Kukicha with fresh ginger


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Kukicha with fresh ginger

Postby febs » Dec 17th, '10, 11:52

Today I experimented a bit and I liked a lot this one:

boil some fresh ginger for some minute (quantities have to be tested for your taste as always).
Let the water cool down a bit. Then brew Kukicha with that water as you would brew your kukicha normally (same times)

Nice and very useful in this season.
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Re: Kukicha with fresh ginger

Postby iannon » Dec 17th, '10, 14:36

That sounds pretty good! I may try that. Normally I make ginger tea with just Ginger, hot water and Honey. Actually do a bit of cooking the ginger with honey in a small pot and reducing it somewhat then adding water
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Re: Kukicha with fresh ginger

Postby febs » Dec 20th, '10, 22:21

If you try it please share your impressions! :)

Thanks,
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Re: Kukicha with fresh ginger

Postby febs » Dec 23rd, '10, 06:54

Update: I found that using gunpowder instead of kukicha gives definitely better results.
Not counting that this is a nice way to finish gunpowder, which I mostly forgot after I discovered higher quality green teas. :)
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Re: Kukicha with fresh ginger

Postby febs » Dec 23rd, '10, 10:33

I'm amazed. I can't drink any other tea today. With a big spoon of argentine honey, by the way. It's a miracle for my throat ache.

Yay!
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Re: Kukicha with fresh ginger

Postby AlexZorach » Dec 23rd, '10, 16:49

This combination sounds really good, and it makes me wish I hadn't used up all my kukicha; I'll have to wait till I get some again.

I do love ginger but I haven't explored blending it with teas very much. I would not think of gunpowder as the first option of a green tea that I'd be inclined to try it with.
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Re: Kukicha with fresh ginger

Postby febs » Dec 27th, '10, 12:36

Well, just try :)

The reason why I suggest you so is that if you brew a very strong ginger tea (with a good amount of ginger and allowing it to boil and rest for a pretty long time), and put honey in it (I can't drink it elsewhere :) ), then the flavor of the green tea is mostly overwhelmed by the ginger one.

You still feel it's taste, it is still beneficial, and there's still that nice amount of coffee that keeps your alertness high. But, the taste you feel into your throat and mouth is still mostly the ginger one.

I can't live without this discovery now. I think I'll have liters and liters of it for the whole winter.

Cheers!
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Re: Kukicha with fresh ginger

Postby febs » Dec 2nd, '11, 10:28

I "bump" this thread up because I love this "recipe" so much that I want to spread it some more. :)

Don't forget to put a good honey into the blend! :P
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Re: Kukicha with fresh ginger

Postby Herb_Master » Dec 2nd, '11, 18:47

Ginger goes well with many kinds of tea :D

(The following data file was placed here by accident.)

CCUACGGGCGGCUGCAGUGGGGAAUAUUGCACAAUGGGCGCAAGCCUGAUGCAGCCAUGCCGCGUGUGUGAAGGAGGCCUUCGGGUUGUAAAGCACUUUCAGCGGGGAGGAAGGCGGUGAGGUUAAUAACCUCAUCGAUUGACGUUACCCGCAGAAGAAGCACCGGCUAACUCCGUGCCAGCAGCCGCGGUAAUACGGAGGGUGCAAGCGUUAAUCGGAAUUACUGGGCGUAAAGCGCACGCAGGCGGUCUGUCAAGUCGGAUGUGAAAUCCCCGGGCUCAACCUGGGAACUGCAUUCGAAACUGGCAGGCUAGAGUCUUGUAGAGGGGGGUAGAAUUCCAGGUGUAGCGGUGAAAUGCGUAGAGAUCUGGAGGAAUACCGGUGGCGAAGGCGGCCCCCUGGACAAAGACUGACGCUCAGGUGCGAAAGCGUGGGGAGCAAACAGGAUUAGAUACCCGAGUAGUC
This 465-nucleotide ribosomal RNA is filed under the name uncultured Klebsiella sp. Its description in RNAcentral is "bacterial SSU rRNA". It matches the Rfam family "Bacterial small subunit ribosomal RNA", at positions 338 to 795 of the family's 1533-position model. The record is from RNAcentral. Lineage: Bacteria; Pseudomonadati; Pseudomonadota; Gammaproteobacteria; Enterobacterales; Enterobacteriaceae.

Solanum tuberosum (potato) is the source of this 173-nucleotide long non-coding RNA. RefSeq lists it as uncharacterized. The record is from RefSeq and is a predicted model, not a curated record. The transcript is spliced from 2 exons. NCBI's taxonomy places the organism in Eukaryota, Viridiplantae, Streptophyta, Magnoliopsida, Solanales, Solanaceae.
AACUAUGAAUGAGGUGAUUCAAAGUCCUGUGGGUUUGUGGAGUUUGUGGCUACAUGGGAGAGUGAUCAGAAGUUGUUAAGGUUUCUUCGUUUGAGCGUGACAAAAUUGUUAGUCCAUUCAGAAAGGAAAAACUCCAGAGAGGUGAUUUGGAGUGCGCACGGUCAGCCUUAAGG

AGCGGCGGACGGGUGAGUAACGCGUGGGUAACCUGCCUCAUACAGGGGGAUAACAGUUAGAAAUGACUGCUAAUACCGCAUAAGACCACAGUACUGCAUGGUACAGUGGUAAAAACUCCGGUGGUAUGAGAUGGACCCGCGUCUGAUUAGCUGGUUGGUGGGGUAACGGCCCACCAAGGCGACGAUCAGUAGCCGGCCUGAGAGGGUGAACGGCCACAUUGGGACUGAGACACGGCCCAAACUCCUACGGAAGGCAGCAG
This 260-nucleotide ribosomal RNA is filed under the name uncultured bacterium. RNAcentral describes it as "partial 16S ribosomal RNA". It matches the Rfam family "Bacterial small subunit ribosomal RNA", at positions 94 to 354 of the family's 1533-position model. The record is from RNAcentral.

It can commonly be found in Malaysia blended with Black Tea

see wikipedia
Teh halia (literally ginger tea in Bahasa Melayu) is a tea beverage that is commonly consumed in Malaysia and Singapore. It is prepared like English tea with milk although it contains the added ingredient of ginger. Another notable feature of the beverage is that it is 'pulled' in the same style as teh tarik preparation.


However in my experience it is rarely pulled like Teh Tarik, and occasionally served without milk.

The many Mamak restaurants and cafes serve it Hot (teh halia Panas) and Cold (teh halia ais) but the majority of them use powdered ginger which results in a far inferior brew.

Some hawker stalls have a special family recipe for boiling the fresh ginger and have a loyal following - my favourite by far is a hawker on the corner of Jalan Penang and a side street, very near lebuh Campbell where I buy my tea in Penang.
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Re: Kukicha with fresh ginger

Postby chiqclick » Dec 8th, '11, 04:18

Ive always been a fan of ginger. I'll try this too.
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Re: Kukicha with fresh ginger

Postby febs » Dec 13th, '11, 11:24

Herb_Master wrote:Some hawker stalls have a special family recipe for boiling the fresh ginger and have a loyal following - my favourite by far is a hawker on the corner of Jalan Penang and a side street, very near lebuh Campbell where I buy my tea in Penang.


That's just what I am doing. I find it cool to read that others do the same thing that I "invented" on my own, and that for them, this is as a tradition. Internet is a beauty.

By the way, my very humble advice is that if you're experienced with the matter you should update the Wikipedia page (I did sometimes). It may happen that it is edited by tourists that write down stories rather than (for many reasons) by locals, and for some not very mass-ified topics Wikipedia, while being a huge source of quality information overall, doesn't describe everything in the best way as possible.

Cheers!
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Re: Kukicha with fresh ginger

Postby Herb_Master » Jan 1st, '12, 20:34

I hope to be consuming some in February - I shall be in Penang for Thaipusam http://en.wikipedia.org/wiki/Thaipusam
(after some Jungle Trekking in Sarawak over the Chinese New Year)

I will observe as closely as possible and make notes before considering whether to update wikipedia.
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